The car is loaded, the house is closed, the bicycles are on the roof of the trailer which is full of our cases of things we feel the need to bring aboard. It's a real MOVE, a change of life, a new way of living ...
1000 km later we arrive at Fredo's place. A palace in the south of France which he's already transformed into a cosy home of beauty. Both isolated and yet near everything, Marseille, Aix en Provence, the coast. We find Fredo in great shape and he welcomes us with a fine diner, good wine, music ... and his true personality which I appreciate so much.
FINALY, we leave through the "garrigue" and wonderful ancient french villages to go have lunch with Eric and Eric, the owners of QuoVadis, the firm that sold the boat. Charming as always and a sense of "real" that cuts through the usual salamelecum (bullshit in plain english) of seller/buyer relationships. We are in fact renting the boat for this first trip as the real transfer of ownership cannot be until we can deal with the administrative documents and the US owner requirements.
We cannot resist visiting the boat even before lunch and there she is. We are biased, but we find her beautiful!
The loading of the boat all afternoon, the unpacking and repacking while trying to insure we both know where things are (we'll spend the next month searching for things!) finally exhaust us. We crawl into our bed for a well deserved rest.
Next day is still re-organising the boat. The momentous event was to take the boat out in the bay and even if we had a coach aboard to guide us, we took the boat out, deployed the sails, stopped to anchor, and sailed back to the harbour. To be noted that we forgot one of the anchor lines when we left which made the boat twist in dangerous ways but we avoided hitting the boat next to us. On the return, it was tricky to manoeuvre but I did manage it (thanks to the lateral propeller!).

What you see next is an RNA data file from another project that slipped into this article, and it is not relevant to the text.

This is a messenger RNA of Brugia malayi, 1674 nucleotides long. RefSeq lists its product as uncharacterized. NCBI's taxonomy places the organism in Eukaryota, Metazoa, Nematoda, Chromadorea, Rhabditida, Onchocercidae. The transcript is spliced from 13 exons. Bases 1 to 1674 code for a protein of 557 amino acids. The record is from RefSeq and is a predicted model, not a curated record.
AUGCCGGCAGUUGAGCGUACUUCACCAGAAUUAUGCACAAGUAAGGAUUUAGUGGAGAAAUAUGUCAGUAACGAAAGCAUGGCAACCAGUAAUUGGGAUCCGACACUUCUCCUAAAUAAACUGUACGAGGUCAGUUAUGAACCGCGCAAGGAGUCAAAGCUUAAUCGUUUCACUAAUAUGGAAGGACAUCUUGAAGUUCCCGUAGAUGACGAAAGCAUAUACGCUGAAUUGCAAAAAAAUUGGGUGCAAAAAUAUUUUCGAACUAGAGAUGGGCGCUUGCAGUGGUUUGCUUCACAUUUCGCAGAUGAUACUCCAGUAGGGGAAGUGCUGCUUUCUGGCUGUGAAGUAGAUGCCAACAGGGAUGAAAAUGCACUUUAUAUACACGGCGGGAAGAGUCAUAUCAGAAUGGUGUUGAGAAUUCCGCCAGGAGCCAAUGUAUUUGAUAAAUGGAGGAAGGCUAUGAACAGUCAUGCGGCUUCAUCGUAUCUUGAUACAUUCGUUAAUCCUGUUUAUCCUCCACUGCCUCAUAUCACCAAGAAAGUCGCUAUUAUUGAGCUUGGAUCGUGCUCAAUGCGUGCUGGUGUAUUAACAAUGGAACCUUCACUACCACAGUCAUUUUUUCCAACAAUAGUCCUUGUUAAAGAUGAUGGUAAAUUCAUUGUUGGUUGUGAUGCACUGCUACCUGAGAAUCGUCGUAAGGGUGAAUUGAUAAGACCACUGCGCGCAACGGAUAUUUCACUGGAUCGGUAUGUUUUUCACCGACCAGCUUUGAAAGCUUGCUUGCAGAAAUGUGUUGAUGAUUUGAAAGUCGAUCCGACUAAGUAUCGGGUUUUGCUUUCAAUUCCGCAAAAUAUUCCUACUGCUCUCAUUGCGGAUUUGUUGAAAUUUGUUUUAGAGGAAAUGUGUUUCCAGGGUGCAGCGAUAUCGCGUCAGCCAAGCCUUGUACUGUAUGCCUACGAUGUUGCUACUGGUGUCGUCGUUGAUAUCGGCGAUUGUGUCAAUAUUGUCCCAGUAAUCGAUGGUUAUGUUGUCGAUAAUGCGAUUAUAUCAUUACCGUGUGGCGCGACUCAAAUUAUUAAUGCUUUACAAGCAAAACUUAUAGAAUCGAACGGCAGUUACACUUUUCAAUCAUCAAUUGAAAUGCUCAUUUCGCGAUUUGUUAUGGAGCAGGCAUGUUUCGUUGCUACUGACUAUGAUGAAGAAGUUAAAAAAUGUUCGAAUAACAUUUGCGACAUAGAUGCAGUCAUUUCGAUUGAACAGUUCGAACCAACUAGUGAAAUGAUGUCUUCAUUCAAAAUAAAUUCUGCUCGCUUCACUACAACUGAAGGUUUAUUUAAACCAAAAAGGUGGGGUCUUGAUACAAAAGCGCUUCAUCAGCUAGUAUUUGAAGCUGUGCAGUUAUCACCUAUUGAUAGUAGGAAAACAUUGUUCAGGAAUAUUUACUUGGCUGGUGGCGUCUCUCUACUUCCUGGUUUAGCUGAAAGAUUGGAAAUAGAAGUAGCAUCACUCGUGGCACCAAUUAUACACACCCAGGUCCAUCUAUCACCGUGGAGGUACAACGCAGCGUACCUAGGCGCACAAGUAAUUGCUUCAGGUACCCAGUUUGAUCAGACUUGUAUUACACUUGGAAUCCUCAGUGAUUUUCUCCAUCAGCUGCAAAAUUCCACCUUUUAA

A storm is approaching, so we spent the next two days going through the documentation and getting to know the boat. A very useful time which gave us a chance to find our marks.
Finally, on Friday afternoon we decide to go directly to Corsica at St Florent. Françoise's family, Olivier's parents, came to see us so we did not have to make a stop on the coast. Wonderful people and immediately a kinship which I hope will give us a chance to sail together some day.
|Proud of us, we deployed the SPY!|
We get up, have a leisurely breakfast and get off around 10AM. I calculated that we had no rush as if things go well we'll arrive in the night and if not the next day. Very little wind and we are not in a hurry, so we'll see along the route. It is momentous to take the helm of a new boat and know that "it's all up to you now!". We need to educate our children to know this feeling so they fully assume their responsibilities. In France we tend to say " if you train properly, then if you fail it's not your fault!" In the USA we say "go for it, you can do it, if you make errors you'll learn". A real difference in culture that gives confidence but can also " break" a person ...
|Aperitif while sailing ... what luxury!|
Sailing in 10 knot winds with a bleu sky we see slowly the french coast fade and the sea takes us into it's fold. The boat rides well even if a bit slow, we have 10 knots of wind and are doing 6 knots which is a remarkable performance. Too fast to fish, we decide when the wind ultimately fails to fish with the motor. Unhappily we'll do much of the crossing on motor but at 3 knots speed so we can fish.
Slow time, enough slow time that we arrive in St Laurent bay and put up anchor late the next day. How nice to sleep all night, the previous night I only had a couple hours as Françoise was very tired from all the travel, events and new life. She is really great on board and neither of us is sea sick so we share all tasks which makes life easy.
|Our boat from the heights of Calvi behind the blue boat in the middle|
|Françoise wanted me to trade our boat for this monster! I just refused !|